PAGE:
The healthcare industry has been tremendously impacted by wearable technology over the past decade. The sensor-based devices are bringing remarkable advancements in diagnosis, prognosis and treatment, in addition to making people more and more health-conscious. A huge number of people have embraced the wearable technology and prefer to monitor their health parameters constantly through the devices. Some of the devices can also be used to send data to the doctors, who can monitor their patients’ health and decide the course of action in a timely manner. The devices can significantly speed up the entire process of diagnosis and treatment by automating a number of processes. Wearable devices can be used to track heart rate, physical activity, sleep, etc and can also guide the users on achieving a healthier lifestyle. Paired with a website or smartphone, these devices store and transmit health data. Statistics suggest that the wearable technology market is expected to reach $150 billion by 2027.
Competition in the workplace is quite common but not every organization makes an effort to ensure that the competition is healthy. Workplace competition can, indeed, be beneficial to the business as it boosts productivity and employee engagement. When in competition, everyone wants to do better than others which leads to increased efforts for achieving results. However, in some cases, it may also lead to low morale, stress, and long-lasting resentment among employees which could be the consequence of constant comparison. Not all employees have the same temperament and while some can thrive well in a competitive environment, others might dread it. Thus, it’s important for organizations to foster healthy competition in the workplace which eliminates the negative effects. Companies often create a competitive work culture by introducing policies like rewarding the employee of the month or announcing promotions with the aim of inspiring the employees. But how many of them bother to find out if their procedures are actually inspiring the employees or demotivating them?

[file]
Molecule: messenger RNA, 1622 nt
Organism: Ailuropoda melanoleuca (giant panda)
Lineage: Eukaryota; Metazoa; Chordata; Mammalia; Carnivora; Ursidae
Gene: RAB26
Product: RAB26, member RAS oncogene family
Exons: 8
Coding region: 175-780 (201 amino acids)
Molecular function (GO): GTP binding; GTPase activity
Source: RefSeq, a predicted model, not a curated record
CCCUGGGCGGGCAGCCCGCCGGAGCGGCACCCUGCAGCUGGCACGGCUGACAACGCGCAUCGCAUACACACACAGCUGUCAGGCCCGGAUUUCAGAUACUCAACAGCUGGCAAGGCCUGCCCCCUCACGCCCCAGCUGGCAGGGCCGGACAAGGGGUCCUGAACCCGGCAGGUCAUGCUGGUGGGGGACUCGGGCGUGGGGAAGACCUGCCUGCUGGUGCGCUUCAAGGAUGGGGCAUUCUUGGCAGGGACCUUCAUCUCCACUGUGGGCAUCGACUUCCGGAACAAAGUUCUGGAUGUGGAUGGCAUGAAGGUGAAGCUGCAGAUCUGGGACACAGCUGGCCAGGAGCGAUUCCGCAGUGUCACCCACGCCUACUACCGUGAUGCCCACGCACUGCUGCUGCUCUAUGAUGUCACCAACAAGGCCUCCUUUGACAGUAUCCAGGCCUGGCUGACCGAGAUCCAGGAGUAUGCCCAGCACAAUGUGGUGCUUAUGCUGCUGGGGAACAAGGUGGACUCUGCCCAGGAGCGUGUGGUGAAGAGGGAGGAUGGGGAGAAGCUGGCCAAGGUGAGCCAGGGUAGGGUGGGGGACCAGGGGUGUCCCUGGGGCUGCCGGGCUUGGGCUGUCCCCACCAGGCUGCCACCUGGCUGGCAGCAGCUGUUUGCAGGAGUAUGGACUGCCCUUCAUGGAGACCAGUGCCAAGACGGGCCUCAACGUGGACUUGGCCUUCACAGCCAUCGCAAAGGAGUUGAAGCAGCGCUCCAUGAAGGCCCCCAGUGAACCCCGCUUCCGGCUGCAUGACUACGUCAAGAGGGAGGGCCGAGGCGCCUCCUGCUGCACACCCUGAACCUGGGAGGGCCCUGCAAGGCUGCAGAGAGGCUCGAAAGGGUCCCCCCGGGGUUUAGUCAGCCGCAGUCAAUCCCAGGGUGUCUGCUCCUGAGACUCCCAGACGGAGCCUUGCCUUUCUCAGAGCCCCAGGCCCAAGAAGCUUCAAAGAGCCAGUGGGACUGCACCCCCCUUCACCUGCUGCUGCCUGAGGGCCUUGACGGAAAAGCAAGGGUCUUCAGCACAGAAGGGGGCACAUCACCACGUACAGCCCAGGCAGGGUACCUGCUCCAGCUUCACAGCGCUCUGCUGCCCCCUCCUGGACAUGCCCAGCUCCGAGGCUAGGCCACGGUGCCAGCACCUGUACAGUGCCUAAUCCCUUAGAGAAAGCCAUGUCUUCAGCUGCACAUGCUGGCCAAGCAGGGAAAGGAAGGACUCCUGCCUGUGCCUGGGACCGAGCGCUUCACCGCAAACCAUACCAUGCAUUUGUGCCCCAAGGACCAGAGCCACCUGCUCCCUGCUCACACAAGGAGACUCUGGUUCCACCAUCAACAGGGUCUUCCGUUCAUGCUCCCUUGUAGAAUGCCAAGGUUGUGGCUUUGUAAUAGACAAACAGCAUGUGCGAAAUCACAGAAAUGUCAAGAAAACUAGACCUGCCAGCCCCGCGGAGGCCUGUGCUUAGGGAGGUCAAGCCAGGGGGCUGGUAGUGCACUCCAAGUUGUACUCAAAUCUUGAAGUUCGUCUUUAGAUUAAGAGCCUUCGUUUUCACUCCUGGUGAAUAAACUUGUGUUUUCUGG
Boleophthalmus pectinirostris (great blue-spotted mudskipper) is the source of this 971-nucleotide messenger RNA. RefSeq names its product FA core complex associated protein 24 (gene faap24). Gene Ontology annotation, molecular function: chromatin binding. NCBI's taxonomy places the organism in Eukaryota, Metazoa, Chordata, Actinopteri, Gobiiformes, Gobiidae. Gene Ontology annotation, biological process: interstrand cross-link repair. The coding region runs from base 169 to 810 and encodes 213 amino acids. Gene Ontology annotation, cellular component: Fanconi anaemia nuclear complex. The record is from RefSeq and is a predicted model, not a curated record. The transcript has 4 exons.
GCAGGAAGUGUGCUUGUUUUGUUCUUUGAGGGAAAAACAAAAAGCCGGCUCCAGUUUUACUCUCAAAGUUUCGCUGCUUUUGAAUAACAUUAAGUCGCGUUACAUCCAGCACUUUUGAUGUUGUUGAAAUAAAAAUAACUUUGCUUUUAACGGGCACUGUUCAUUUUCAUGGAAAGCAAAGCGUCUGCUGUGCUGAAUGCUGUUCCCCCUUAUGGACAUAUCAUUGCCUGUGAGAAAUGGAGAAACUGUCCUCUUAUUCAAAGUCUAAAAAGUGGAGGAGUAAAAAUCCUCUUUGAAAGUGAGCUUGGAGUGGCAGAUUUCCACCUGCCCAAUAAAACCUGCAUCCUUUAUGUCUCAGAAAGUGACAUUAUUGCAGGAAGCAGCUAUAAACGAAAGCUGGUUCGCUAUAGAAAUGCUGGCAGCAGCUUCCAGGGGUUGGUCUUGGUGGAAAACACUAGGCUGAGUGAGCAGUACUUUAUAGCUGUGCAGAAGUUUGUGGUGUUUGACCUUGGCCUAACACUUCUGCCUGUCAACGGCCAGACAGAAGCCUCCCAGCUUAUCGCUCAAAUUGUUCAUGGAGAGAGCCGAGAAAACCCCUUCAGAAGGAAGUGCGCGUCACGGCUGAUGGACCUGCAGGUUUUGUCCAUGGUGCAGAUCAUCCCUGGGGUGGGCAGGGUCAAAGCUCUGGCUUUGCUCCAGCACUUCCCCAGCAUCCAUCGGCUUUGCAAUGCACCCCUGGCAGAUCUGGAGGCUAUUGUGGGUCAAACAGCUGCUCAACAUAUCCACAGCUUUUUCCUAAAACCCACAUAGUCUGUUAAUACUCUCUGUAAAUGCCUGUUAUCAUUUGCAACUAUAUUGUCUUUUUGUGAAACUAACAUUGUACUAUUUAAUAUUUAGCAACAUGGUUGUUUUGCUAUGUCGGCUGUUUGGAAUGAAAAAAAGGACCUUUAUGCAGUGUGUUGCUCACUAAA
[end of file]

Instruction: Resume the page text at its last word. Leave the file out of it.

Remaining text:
Employee turnover is an inevitable part of all organizations. There are several reasons behind turnover, some of which employers can control while others they cannot. Currently in the U.S., the number of job openings is more than the number of people seeking jobs. This opens up numerous opportunities for skilled workers who can easily switch jobs. The U.S. Bureau of Labor Statistics has reported that since 2010 the number of employee resignations has constantly increased, every year, and has exceeded 40 million in 2018. Turnover could be expensive, be it any organization, and keeping the current scenario in mind, the employers need to find better and effective strategies to prevent it. A recent study has revealed that organizations that focus more on preventing employee turnover are more likely to improve employee engagement in their organization. There are 4 major types of employee turnover and organizations need to understand and analyze them carefully to formulate strategies for minimizing their negative impact.